The U.S. Department of Education recently awarded researchers at the Institute for Autism Research (IAR) at Canisius an $880,431 grant.  The grant will fully fund a three-year study of the long-term beneficial impacts from an innovative school intervention for high-functioning children with autism spectrum disorder (HFASD) developed by the IAR research team.

Children with HFASD comprise nearly half of all children with ASD and, despite relative strengths in cognitive and language skills, exhibit chronic and pervasive social impairments and restricted and repetitive behaviors that severely interfere with daily functioning leading to long-term negative outcomes. These long-term negative outcomes have led researchers to suggest that existing school interventions for these students are ineffective.

Researchers at the IAR have effectively treated the clinical impairments and symptoms of children with HFASD in their comprehensive summer program (summerMAX) for more than a decade. In an effort to more effectively treat these children in school settings, the research team adapted the summer program into a school-based intervention (schoolMAX), which they tested in an earlier, large-scale randomized trial funded by the U. S. Department of Education.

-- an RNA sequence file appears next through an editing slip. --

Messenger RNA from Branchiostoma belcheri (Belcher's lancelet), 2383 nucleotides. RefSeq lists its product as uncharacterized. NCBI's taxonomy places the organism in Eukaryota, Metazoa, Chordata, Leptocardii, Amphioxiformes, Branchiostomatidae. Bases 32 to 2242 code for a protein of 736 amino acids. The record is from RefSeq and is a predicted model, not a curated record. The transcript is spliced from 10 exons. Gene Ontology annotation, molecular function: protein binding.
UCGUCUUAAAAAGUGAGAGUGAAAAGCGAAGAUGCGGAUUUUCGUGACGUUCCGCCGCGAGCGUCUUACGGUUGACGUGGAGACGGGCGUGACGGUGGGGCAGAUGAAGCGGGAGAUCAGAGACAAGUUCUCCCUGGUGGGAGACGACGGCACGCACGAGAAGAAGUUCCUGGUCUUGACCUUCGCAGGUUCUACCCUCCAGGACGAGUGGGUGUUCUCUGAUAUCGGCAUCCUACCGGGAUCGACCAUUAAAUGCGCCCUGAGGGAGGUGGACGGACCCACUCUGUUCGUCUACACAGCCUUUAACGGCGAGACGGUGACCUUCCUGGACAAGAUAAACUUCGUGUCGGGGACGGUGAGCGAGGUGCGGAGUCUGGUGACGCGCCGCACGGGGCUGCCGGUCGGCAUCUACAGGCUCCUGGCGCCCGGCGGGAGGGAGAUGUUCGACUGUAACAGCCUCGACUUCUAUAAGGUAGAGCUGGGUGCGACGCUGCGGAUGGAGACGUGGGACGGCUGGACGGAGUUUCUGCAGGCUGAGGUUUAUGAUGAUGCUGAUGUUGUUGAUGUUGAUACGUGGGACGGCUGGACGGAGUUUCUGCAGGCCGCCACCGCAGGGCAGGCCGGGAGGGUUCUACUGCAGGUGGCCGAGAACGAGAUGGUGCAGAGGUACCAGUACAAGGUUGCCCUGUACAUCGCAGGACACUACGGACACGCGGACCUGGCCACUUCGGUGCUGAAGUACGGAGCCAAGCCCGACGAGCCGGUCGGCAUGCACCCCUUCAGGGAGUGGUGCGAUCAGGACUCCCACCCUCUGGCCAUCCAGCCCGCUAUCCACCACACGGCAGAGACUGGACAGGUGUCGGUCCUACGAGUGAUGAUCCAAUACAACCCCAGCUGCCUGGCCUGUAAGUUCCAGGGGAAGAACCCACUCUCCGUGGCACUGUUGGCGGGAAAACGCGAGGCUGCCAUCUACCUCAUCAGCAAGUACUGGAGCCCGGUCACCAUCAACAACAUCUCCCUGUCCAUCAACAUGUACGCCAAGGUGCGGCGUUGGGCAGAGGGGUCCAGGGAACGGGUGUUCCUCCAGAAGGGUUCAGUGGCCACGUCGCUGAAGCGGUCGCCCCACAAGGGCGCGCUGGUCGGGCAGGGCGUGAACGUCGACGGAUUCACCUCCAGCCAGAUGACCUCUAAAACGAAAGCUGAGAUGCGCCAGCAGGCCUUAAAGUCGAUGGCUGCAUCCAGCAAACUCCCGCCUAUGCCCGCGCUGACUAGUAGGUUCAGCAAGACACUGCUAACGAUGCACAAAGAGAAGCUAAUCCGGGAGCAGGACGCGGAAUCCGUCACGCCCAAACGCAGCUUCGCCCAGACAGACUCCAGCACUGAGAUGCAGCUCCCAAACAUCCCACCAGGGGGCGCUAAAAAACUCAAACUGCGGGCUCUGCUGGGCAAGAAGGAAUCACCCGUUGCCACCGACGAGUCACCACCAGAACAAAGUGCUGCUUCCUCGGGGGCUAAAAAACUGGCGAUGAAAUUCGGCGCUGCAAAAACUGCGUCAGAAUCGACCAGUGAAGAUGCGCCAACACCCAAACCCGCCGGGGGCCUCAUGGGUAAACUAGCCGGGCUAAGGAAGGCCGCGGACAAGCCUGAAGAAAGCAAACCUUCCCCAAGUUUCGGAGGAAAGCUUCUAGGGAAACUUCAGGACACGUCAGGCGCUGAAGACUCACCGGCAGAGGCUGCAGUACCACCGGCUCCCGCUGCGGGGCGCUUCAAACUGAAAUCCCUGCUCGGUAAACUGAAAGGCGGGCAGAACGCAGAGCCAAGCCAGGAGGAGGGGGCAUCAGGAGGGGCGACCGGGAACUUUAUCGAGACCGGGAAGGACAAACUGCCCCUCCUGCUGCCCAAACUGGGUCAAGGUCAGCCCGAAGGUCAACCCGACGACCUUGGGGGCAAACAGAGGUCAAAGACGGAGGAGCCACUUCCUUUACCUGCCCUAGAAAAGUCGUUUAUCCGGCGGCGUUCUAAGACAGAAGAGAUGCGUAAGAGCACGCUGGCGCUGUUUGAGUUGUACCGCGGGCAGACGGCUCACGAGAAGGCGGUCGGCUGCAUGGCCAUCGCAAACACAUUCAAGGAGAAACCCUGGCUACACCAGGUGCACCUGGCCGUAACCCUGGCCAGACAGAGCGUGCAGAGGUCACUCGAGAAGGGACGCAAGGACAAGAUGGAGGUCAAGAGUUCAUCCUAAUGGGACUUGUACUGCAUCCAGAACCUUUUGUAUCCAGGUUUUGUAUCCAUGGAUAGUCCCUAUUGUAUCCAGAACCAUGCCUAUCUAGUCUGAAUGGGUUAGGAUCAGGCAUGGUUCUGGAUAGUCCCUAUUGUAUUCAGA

Results from the school study found that students with HFASD who received schoolMAX demonstrated significantly better social understanding and social skills and fewer ASD symptoms following treatment compared to students with HFASD who received their typical-educational programming.  This latest grant from the Department of Education will enable researchers to examine the long-term beneficial impacts of the treatment.

Click here to learn more about the IAR and how it will use its latest grant from the Department of Education.

Submitted by: College Communications